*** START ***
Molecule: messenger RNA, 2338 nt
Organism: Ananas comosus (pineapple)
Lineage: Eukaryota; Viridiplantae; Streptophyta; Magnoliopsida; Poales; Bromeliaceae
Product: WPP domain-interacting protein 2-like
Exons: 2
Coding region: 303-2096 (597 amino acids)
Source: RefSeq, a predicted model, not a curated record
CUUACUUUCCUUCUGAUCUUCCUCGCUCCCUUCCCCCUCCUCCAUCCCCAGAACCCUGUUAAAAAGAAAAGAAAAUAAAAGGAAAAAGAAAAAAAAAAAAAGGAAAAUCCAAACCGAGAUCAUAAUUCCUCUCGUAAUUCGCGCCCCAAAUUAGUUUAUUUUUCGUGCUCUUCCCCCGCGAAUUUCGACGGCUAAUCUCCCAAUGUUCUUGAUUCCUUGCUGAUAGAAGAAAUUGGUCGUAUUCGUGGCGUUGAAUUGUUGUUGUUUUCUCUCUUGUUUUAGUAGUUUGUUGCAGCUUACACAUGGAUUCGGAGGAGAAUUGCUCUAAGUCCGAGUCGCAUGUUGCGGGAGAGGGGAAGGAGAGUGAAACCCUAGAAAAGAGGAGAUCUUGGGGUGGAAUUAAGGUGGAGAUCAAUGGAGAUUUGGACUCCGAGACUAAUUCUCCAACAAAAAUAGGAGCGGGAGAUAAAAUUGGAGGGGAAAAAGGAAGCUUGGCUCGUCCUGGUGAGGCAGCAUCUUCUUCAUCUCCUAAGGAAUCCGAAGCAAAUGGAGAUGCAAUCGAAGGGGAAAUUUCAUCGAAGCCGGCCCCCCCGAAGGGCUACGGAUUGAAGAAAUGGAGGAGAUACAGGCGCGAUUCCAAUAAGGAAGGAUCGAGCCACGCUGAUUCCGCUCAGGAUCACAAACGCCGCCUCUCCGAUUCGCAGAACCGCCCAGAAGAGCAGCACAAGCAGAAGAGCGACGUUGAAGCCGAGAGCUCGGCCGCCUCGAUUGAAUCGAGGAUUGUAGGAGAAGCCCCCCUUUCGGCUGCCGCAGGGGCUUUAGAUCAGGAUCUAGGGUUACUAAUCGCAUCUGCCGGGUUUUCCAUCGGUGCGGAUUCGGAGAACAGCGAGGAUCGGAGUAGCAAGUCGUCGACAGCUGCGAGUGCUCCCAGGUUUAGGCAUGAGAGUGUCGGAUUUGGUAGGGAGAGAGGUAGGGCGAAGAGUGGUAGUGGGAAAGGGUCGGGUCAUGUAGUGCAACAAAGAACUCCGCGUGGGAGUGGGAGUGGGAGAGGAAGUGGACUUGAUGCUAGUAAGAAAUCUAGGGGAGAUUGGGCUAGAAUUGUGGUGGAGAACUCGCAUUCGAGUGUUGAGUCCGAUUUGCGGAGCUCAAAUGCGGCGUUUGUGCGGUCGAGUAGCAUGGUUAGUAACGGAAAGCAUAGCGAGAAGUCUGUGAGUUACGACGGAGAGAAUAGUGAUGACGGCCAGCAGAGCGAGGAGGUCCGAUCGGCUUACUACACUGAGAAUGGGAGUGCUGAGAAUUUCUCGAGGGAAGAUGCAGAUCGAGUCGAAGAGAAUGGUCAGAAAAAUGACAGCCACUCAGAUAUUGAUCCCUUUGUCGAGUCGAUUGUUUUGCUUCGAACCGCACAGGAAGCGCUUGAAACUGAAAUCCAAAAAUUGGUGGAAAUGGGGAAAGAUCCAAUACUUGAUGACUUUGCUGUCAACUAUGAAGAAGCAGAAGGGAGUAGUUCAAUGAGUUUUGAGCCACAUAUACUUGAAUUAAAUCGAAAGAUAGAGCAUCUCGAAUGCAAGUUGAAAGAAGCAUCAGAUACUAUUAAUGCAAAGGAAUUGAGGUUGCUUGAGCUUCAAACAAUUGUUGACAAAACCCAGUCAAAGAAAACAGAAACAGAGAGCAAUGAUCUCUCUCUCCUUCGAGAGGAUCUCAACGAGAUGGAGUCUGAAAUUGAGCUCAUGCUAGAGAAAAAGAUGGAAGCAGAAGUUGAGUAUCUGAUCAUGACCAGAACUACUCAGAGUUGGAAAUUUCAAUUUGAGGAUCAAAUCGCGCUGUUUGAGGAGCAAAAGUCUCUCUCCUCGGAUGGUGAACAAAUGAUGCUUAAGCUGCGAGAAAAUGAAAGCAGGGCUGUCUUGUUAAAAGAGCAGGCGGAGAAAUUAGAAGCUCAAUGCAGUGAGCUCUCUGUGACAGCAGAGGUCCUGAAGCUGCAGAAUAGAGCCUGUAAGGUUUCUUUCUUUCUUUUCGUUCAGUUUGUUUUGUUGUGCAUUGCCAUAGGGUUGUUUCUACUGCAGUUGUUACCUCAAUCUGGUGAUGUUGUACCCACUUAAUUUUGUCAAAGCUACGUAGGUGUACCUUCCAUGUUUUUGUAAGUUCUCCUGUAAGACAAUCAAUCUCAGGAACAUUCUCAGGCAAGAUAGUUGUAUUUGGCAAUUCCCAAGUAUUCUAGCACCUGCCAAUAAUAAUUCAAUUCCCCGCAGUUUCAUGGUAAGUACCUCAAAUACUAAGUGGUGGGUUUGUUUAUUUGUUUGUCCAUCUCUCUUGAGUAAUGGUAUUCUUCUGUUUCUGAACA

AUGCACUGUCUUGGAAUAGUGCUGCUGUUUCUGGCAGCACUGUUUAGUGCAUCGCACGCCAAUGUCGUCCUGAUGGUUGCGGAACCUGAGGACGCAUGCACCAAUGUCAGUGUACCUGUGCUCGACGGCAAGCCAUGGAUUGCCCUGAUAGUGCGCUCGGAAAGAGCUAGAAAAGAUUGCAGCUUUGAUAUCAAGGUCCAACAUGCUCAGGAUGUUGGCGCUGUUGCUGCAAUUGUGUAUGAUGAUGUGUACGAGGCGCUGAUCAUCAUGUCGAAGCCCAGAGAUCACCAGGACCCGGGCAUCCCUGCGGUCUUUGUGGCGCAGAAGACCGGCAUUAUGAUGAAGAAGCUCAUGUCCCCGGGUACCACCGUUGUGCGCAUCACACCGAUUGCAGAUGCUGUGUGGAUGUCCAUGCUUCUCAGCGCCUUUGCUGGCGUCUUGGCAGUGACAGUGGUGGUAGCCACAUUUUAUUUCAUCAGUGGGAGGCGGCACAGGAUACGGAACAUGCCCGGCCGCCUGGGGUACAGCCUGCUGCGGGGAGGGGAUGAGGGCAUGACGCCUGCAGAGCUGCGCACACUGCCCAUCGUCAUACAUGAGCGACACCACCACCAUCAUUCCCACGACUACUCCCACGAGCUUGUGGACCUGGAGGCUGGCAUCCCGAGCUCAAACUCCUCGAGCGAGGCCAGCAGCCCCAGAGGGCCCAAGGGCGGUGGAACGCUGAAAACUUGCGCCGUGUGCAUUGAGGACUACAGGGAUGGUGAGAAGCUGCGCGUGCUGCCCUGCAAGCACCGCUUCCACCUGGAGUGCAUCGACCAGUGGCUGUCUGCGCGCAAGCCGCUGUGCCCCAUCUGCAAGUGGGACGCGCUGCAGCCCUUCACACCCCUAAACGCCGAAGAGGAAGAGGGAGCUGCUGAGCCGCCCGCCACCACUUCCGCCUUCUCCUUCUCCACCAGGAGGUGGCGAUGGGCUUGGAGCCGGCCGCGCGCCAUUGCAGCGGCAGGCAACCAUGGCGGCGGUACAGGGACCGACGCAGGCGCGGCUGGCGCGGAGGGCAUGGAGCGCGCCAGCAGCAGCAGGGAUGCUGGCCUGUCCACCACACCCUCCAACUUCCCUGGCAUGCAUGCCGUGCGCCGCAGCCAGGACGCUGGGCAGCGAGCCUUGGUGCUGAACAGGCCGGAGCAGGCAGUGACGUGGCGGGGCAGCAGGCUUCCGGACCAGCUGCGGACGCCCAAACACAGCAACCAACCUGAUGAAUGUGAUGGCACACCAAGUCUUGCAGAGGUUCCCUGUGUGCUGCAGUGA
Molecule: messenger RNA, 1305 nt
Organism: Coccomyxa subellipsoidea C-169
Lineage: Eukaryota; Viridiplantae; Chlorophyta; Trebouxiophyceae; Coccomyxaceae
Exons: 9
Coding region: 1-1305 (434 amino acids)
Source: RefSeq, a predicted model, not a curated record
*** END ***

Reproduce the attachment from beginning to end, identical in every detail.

Molecule: messenger RNA, 2338 nt
Organism: Ananas comosus (pineapple)
Lineage: Eukaryota; Viridiplantae; Streptophyta; Magnoliopsida; Poales; Bromeliaceae
Product: WPP domain-interacting protein 2-like
Exons: 2
Coding region: 303-2096 (597 amino acids)
Source: RefSeq, a predicted model, not a curated record
CUUACUUUCCUUCUGAUCUUCCUCGCUCCCUUCCCCCUCCUCCAUCCCCAGAACCCUGUUAAAAAGAAAAGAAAAUAAAAGGAAAAAGAAAAAAAAAAAAAGGAAAAUCCAAACCGAGAUCAUAAUUCCUCUCGUAAUUCGCGCCCCAAAUUAGUUUAUUUUUCGUGCUCUUCCCCCGCGAAUUUCGACGGCUAAUCUCCCAAUGUUCUUGAUUCCUUGCUGAUAGAAGAAAUUGGUCGUAUUCGUGGCGUUGAAUUGUUGUUGUUUUCUCUCUUGUUUUAGUAGUUUGUUGCAGCUUACACAUGGAUUCGGAGGAGAAUUGCUCUAAGUCCGAGUCGCAUGUUGCGGGAGAGGGGAAGGAGAGUGAAACCCUAGAAAAGAGGAGAUCUUGGGGUGGAAUUAAGGUGGAGAUCAAUGGAGAUUUGGACUCCGAGACUAAUUCUCCAACAAAAAUAGGAGCGGGAGAUAAAAUUGGAGGGGAAAAAGGAAGCUUGGCUCGUCCUGGUGAGGCAGCAUCUUCUUCAUCUCCUAAGGAAUCCGAAGCAAAUGGAGAUGCAAUCGAAGGGGAAAUUUCAUCGAAGCCGGCCCCCCCGAAGGGCUACGGAUUGAAGAAAUGGAGGAGAUACAGGCGCGAUUCCAAUAAGGAAGGAUCGAGCCACGCUGAUUCCGCUCAGGAUCACAAACGCCGCCUCUCCGAUUCGCAGAACCGCCCAGAAGAGCAGCACAAGCAGAAGAGCGACGUUGAAGCCGAGAGCUCGGCCGCCUCGAUUGAAUCGAGGAUUGUAGGAGAAGCCCCCCUUUCGGCUGCCGCAGGGGCUUUAGAUCAGGAUCUAGGGUUACUAAUCGCAUCUGCCGGGUUUUCCAUCGGUGCGGAUUCGGAGAACAGCGAGGAUCGGAGUAGCAAGUCGUCGACAGCUGCGAGUGCUCCCAGGUUUAGGCAUGAGAGUGUCGGAUUUGGUAGGGAGAGAGGUAGGGCGAAGAGUGGUAGUGGGAAAGGGUCGGGUCAUGUAGUGCAACAAAGAACUCCGCGUGGGAGUGGGAGUGGGAGAGGAAGUGGACUUGAUGCUAGUAAGAAAUCUAGGGGAGAUUGGGCUAGAAUUGUGGUGGAGAACUCGCAUUCGAGUGUUGAGUCCGAUUUGCGGAGCUCAAAUGCGGCGUUUGUGCGGUCGAGUAGCAUGGUUAGUAACGGAAAGCAUAGCGAGAAGUCUGUGAGUUACGACGGAGAGAAUAGUGAUGACGGCCAGCAGAGCGAGGAGGUCCGAUCGGCUUACUACACUGAGAAUGGGAGUGCUGAGAAUUUCUCGAGGGAAGAUGCAGAUCGAGUCGAAGAGAAUGGUCAGAAAAAUGACAGCCACUCAGAUAUUGAUCCCUUUGUCGAGUCGAUUGUUUUGCUUCGAACCGCACAGGAAGCGCUUGAAACUGAAAUCCAAAAAUUGGUGGAAAUGGGGAAAGAUCCAAUACUUGAUGACUUUGCUGUCAACUAUGAAGAAGCAGAAGGGAGUAGUUCAAUGAGUUUUGAGCCACAUAUACUUGAAUUAAAUCGAAAGAUAGAGCAUCUCGAAUGCAAGUUGAAAGAAGCAUCAGAUACUAUUAAUGCAAAGGAAUUGAGGUUGCUUGAGCUUCAAACAAUUGUUGACAAAACCCAGUCAAAGAAAACAGAAACAGAGAGCAAUGAUCUCUCUCUCCUUCGAGAGGAUCUCAACGAGAUGGAGUCUGAAAUUGAGCUCAUGCUAGAGAAAAAGAUGGAAGCAGAAGUUGAGUAUCUGAUCAUGACCAGAACUACUCAGAGUUGGAAAUUUCAAUUUGAGGAUCAAAUCGCGCUGUUUGAGGAGCAAAAGUCUCUCUCCUCGGAUGGUGAACAAAUGAUGCUUAAGCUGCGAGAAAAUGAAAGCAGGGCUGUCUUGUUAAAAGAGCAGGCGGAGAAAUUAGAAGCUCAAUGCAGUGAGCUCUCUGUGACAGCAGAGGUCCUGAAGCUGCAGAAUAGAGCCUGUAAGGUUUCUUUCUUUCUUUUCGUUCAGUUUGUUUUGUUGUGCAUUGCCAUAGGGUUGUUUCUACUGCAGUUGUUACCUCAAUCUGGUGAUGUUGUACCCACUUAAUUUUGUCAAAGCUACGUAGGUGUACCUUCCAUGUUUUUGUAAGUUCUCCUGUAAGACAAUCAAUCUCAGGAACAUUCUCAGGCAAGAUAGUUGUAUUUGGCAAUUCCCAAGUAUUCUAGCACCUGCCAAUAAUAAUUCAAUUCCCCGCAGUUUCAUGGUAAGUACCUCAAAUACUAAGUGGUGGGUUUGUUUAUUUGUUUGUCCAUCUCUCUUGAGUAAUGGUAUUCUUCUGUUUCUGAACA

AUGCACUGUCUUGGAAUAGUGCUGCUGUUUCUGGCAGCACUGUUUAGUGCAUCGCACGCCAAUGUCGUCCUGAUGGUUGCGGAACCUGAGGACGCAUGCACCAAUGUCAGUGUACCUGUGCUCGACGGCAAGCCAUGGAUUGCCCUGAUAGUGCGCUCGGAAAGAGCUAGAAAAGAUUGCAGCUUUGAUAUCAAGGUCCAACAUGCUCAGGAUGUUGGCGCUGUUGCUGCAAUUGUGUAUGAUGAUGUGUACGAGGCGCUGAUCAUCAUGUCGAAGCCCAGAGAUCACCAGGACCCGGGCAUCCCUGCGGUCUUUGUGGCGCAGAAGACCGGCAUUAUGAUGAAGAAGCUCAUGUCCCCGGGUACCACCGUUGUGCGCAUCACACCGAUUGCAGAUGCUGUGUGGAUGUCCAUGCUUCUCAGCGCCUUUGCUGGCGUCUUGGCAGUGACAGUGGUGGUAGCCACAUUUUAUUUCAUCAGUGGGAGGCGGCACAGGAUACGGAACAUGCCCGGCCGCCUGGGGUACAGCCUGCUGCGGGGAGGGGAUGAGGGCAUGACGCCUGCAGAGCUGCGCACACUGCCCAUCGUCAUACAUGAGCGACACCACCACCAUCAUUCCCACGACUACUCCCACGAGCUUGUGGACCUGGAGGCUGGCAUCCCGAGCUCAAACUCCUCGAGCGAGGCCAGCAGCCCCAGAGGGCCCAAGGGCGGUGGAACGCUGAAAACUUGCGCCGUGUGCAUUGAGGACUACAGGGAUGGUGAGAAGCUGCGCGUGCUGCCCUGCAAGCACCGCUUCCACCUGGAGUGCAUCGACCAGUGGCUGUCUGCGCGCAAGCCGCUGUGCCCCAUCUGCAAGUGGGACGCGCUGCAGCCCUUCACACCCCUAAACGCCGAAGAGGAAGAGGGAGCUGCUGAGCCGCCCGCCACCACUUCCGCCUUCUCCUUCUCCACCAGGAGGUGGCGAUGGGCUUGGAGCCGGCCGCGCGCCAUUGCAGCGGCAGGCAACCAUGGCGGCGGUACAGGGACCGACGCAGGCGCGGCUGGCGCGGAGGGCAUGGAGCGCGCCAGCAGCAGCAGGGAUGCUGGCCUGUCCACCACACCCUCCAACUUCCCUGGCAUGCAUGCCGUGCGCCGCAGCCAGGACGCUGGGCAGCGAGCCUUGGUGCUGAACAGGCCGGAGCAGGCAGUGACGUGGCGGGGCAGCAGGCUUCCGGACCAGCUGCGGACGCCCAAACACAGCAACCAACCUGAUGAAUGUGAUGGCACACCAAGUCUUGCAGAGGUUCCCUGUGUGCUGCAGUGA
Molecule: messenger RNA, 1305 nt
Organism: Coccomyxa subellipsoidea C-169
Lineage: Eukaryota; Viridiplantae; Chlorophyta; Trebouxiophyceae; Coccomyxaceae
Exons: 9
Coding region: 1-1305 (434 amino acids)
Source: RefSeq, a predicted model, not a curated record